The question of genre suddenly seems somewhat vexed in Mexico. Should we call these narratives science fiction? Speculative fiction? Fantastic literature? Literature of the imagination? The debate over how to categorize and meaningfully refer to non-mimetic literature appears to be currently undergoing some significant and interesting turns, revealing at a minimum that there is no broad consensus as to what to call this kind of literary production, especially from the writers who create it. Alberto Chimal’s recent essay here at LALT interrogated the history and usage of the term “speculative fiction” in order to make the case that this label comes from the Global North and attempts to apply a terminology (and ideology) over top a Latin American creative expression to which it does not correspond. Instead, he argues for “Literature of the Imagination” as an apt descriptor that adequately captures and describes what they write. Similarly, but less radical, Pepe Rojo said during WorldCon76 that Mexican Science Fiction should more accurately be called “Science Fiction from Mexico” because the expression there is no one single “Mexican” kind of the genre, but instead a nearly infinite variety within the country. And if we consider that in Latin America more broadly, Chilean author Marcelo Novelo states in another recent LALT essay that theoreticians like Spaniard David Roas, Peruvian Harry Belevan and Argentine Ana María Barrenechea feel there needs to be new terminology for non-realist literature that do not originate from elsewhere, especially in the new millennium. In short, a dialogue over genre –with the potential to turn into a debate– already seems to be underway.
The label most used in academia to describe non-mimetic cultural production is “fantastic literature” (and not to be conflated solely with “fantasy,” i.e. JR Tolkien’s The Lord of the Rings or the Harry Potter series) which encompasses any and all narratives that express some degree of unreality. These include science fiction (and its many subgenre variants like cyberpunk and steampunk, etc.), fantasy, gothic fiction, horror, magical realism/the marvelous real, ghost tales, fairy tales, folk tales, myths, etc. The reason this term endures is likely due to the fact that it casts the widest signification net possible, but it is so wide that it refers to too many non-realist genres at once. Hence, terms like science fiction and speculative fiction try to demarcate this production more narrowly within the broader scope of fantastic literature.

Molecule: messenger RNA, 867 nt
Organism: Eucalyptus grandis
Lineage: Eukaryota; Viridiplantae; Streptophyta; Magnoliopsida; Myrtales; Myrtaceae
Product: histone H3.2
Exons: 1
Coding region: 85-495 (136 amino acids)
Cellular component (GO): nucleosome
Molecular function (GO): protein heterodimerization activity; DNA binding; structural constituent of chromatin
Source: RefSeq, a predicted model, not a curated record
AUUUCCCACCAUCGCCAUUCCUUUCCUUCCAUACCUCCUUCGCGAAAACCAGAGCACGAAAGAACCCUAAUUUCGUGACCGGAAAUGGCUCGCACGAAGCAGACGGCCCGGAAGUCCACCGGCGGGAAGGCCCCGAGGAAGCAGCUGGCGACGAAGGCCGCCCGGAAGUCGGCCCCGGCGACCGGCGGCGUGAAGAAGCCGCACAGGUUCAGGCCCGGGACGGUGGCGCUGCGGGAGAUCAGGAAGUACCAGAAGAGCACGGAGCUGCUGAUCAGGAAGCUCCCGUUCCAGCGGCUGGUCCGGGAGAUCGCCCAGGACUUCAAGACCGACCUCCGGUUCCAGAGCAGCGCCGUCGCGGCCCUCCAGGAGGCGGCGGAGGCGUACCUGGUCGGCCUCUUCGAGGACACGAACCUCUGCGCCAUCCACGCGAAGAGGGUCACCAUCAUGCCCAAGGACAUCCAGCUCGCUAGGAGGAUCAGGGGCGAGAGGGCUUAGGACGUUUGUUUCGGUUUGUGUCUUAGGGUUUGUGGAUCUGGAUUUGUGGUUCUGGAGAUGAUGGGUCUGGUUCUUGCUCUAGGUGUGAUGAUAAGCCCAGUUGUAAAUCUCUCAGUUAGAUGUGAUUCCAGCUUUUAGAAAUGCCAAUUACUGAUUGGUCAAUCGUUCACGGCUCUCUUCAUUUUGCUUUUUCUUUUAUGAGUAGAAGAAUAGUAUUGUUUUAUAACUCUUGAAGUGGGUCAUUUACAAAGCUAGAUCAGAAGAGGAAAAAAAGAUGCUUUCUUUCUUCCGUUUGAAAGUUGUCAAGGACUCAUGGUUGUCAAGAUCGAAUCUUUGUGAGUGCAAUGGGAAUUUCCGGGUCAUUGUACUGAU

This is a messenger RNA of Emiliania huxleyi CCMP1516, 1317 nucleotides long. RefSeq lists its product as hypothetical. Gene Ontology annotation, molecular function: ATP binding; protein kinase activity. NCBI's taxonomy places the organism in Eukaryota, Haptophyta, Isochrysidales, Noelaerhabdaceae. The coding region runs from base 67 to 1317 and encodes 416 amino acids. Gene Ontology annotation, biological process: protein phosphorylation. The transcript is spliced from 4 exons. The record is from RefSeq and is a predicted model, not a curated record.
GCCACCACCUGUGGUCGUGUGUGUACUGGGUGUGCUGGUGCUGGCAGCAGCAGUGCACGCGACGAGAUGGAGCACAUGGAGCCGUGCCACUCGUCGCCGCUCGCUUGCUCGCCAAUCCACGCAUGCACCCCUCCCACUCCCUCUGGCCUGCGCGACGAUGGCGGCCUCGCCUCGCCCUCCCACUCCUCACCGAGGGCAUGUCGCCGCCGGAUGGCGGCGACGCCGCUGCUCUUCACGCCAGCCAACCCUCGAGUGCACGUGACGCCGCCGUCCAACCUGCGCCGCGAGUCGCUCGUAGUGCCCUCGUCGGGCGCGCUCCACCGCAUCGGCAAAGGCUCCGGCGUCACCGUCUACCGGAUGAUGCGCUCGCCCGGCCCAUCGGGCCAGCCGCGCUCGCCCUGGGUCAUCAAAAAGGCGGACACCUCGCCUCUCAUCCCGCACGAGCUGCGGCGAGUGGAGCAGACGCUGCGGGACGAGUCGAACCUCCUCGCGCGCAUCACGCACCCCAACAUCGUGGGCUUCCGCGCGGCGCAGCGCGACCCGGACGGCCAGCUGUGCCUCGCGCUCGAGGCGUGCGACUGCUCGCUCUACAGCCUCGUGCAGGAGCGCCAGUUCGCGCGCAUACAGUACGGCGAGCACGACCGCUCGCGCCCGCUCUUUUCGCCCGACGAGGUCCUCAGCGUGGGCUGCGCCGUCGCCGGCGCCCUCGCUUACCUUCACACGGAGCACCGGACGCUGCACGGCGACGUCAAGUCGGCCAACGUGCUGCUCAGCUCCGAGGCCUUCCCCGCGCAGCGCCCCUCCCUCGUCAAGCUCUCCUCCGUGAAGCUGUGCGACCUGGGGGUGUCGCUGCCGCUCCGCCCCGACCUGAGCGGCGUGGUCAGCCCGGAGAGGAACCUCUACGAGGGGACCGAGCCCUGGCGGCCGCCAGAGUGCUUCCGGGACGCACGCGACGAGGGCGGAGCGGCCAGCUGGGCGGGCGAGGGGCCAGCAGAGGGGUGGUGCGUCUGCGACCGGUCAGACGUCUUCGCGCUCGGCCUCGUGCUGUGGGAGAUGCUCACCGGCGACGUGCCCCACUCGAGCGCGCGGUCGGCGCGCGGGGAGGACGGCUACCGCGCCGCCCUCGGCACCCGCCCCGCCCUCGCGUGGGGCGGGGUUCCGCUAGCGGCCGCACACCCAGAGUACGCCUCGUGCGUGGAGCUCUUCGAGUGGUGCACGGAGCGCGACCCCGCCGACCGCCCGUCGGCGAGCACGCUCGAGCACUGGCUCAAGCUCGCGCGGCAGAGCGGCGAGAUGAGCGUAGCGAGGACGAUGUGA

However, just as scholars and literary outlets (this one being no exception) will likely continue to refer this kind of cultural production in some way as “speculative”, writers from Mexico will call it what they wish. Consider the bilingual anthology that was compiled, translated and published exclusively for The Mexicanx Initiative. The English title reads A Larger Reality: Speculative Fiction from the Bicultural Margins whereas the Spanish one is slightly altered as Una realidad más amplia: Historias desde la la periferia bicultural (A Larger Reality: Stories from the Bicultural Periphery). Or, paying close attention to the comic “Rhizome,” one finds that in the English version the term “speculative fiction” gets translated as “literatura de la imaginación” (“literature of the imagination”). These slight differences reveal a subtle defiance to enduring, standard categorical terminology from elsewhere.